Francis Leach takes a look at what was great about the weekend’s sport, what wasn’t and what could be.
Matildas and Socceroos bring it all back home
Football fans were given a rare treat this week with both men’s and women’s national teams playing matches on home turf after long stints offshore.
Before Saturday’s 1-1 draw with Korea Republic, the Socceroos last home match was the crucial World Cup qualifier against Honduras in Sydney in November 2017.
Since beating China 5-1 in Geelong in late November of last year, the Matildas had played 15 consecutive away games before the recent series against Chile.
Just WOW! 😱😱😱
Maty Ryan pulls of an incredible save.
— Caltex Socceroos (@Socceroos) November 17, 2018
The number of away games is often a product of the tyranny of distance and a crowded schedule that makes the travel demands of playing in Australia a disincentive for visiting teams.
Yet there’s no denying that both national teams are the strongest assets FFA has in promoting the game.
At a time when football is under the pump to fight for visibility in a crowded sports media market, the Socceroos and the Matildas need to be available to a football public hungry to watch them in action.
The new board at FFA headquarters that will be installed on Monday needs to ensure that football fans see their national teams playing quality opponents on home soil on a more consistent basis.
One of the highlights of this weekend’s Australian Open tournament has been the sight of disabled golfers competing in the Australian All Abilities Championship alongside their able-bodied counterparts throughout the four days of competition.
The integrated tournament is a world first for golf and follows on from the huge success of the integration of all-ability sports into the Commonwealth Games program on the Gold Coast earlier this year.
Players such as Spain’s Juan Postigo Arce, who has had his right leg amputated above the knee, have been putting on a superb display of skilful, powerful stroke play.
Course is in pretty good shape and fans are really awesome in this side of there world!! 👏🏽👏🏽
— Juan Postigo Arce (@JuanelePostigo) November 13, 2018
The Australian Open has shown that integration enhances the tournament and that visibility can be a powerful platform to demystify notions about what differently abled people are capable of.
Channel 7 promo no-no
What did Sam and Dave ever do to deserve the desecration of their soul classic Hold on, I’m Comin’ by the tin-eared drongos in Channel Seven’s promo department?
With cricket on Seven’s menu for the upcoming summer, sports fans could reasonably expect an avalanche of over-hyped tripe from the ad men as they trumpeted their expensive investment in covering Australia’s favourite summer sport.
This, however, was next level.
the phrasing of this is…… unfortunate pic.twitter.com/JzAc7spXq9
— Tom Lloyd (@tomwLL) November 14, 2018
It’s a certified apocalypse of awkwardness. It’s part Spinal Tap double entendre, part David Brent gormless smarm from The Office and as limp as a wet fish.
What is heard can never be forgotten. Glenn McGrath may have once shot an elephant but the greatest atrocity he’s ever committed is being involved in this.
One saving grace is that no matter how bad Australia plays this summer, it will not be the worst thing about the cricket season.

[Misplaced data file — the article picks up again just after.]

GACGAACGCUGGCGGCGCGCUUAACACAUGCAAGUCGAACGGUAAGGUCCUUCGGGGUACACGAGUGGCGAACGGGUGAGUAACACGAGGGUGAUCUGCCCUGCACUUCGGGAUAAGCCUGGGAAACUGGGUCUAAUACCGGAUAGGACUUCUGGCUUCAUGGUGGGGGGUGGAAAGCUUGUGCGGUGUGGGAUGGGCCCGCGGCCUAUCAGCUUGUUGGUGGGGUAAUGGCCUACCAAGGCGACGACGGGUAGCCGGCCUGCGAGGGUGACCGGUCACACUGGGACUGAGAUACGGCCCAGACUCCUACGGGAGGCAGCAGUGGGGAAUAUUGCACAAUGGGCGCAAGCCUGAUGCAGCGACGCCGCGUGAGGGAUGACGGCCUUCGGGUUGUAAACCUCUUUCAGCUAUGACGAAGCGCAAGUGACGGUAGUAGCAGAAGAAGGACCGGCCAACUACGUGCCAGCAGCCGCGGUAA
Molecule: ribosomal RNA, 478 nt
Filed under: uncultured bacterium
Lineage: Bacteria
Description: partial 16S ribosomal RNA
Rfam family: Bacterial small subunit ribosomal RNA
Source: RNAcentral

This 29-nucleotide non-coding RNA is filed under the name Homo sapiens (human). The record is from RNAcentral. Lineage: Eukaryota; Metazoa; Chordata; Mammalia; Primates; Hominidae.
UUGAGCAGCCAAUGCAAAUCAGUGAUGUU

Seven killed a soul classic with an earworm of awfulness that will never be erased.
Australia’s cricketers might be facing a long hard summer in the field.
They might want to pinch a tactic from the world of darts, where two rivals at The Grand Slam of Darts are kicking up a stink and accusing each other of farting to put off the other.
Scot Gary Anderson is world champion and he beat Dutchman Wesley Harms in the quarter-finals. Harms smelt a rat though – and various other noxious fumes – accusing Anderson of “leaving a fragrant smell” on the stage during their clash.
“It’ll take me two nights to lose this smell from my nose,” Harms told Dutch television after the match.
Anderson was having none of it, suggesting the smell came from the crowd or his opponent.
Given the traditional darts diet of pints and pork pies, the prospect of an olfactory weapon being deployed in this manner is quite frightening.
As Virat Kohli races toward one of his inevitable centuries this summer, Tim Paine might want to have his fieldsmen let one rip at short leg.
It might be the only hope we have of getting him out.
Australia’s summer of golf needs a makeover
Golf’s Australian Open trophy has some legendary names engraved on it across its long history.
Jack Nicklaus, Peter Thomson, Greg Norman, Adam Scott and Jordan Spieth are just some of the iconic figures in the sport who have won the Stonehaven Cup.
While the likes of Spieth, Rory McIlroy and Scott have been regular visitors in recent years in support of the event, this year’s field was abandoned by nearly all of the top 30 players in the world with American Matt Kuchar (29th) the highest-ranked player.
With a first place prize purse of just $225,000 it’s clear that the Australian Open, tagged on to the end of a long northern hemisphere season, just isn’t worth the effort for the world’s biggest players.
Though Australia continues to produce world-class players – Scott, Cameron Smith, Marc Leishman and Jason Day are all top in the 50 – our local summer of golf is flagging.
There’s talk about moving the Open to a February time slot to give it some clean air. Australia’s oldest and most prestigious tournament deserves a makeover and it’s time it had one.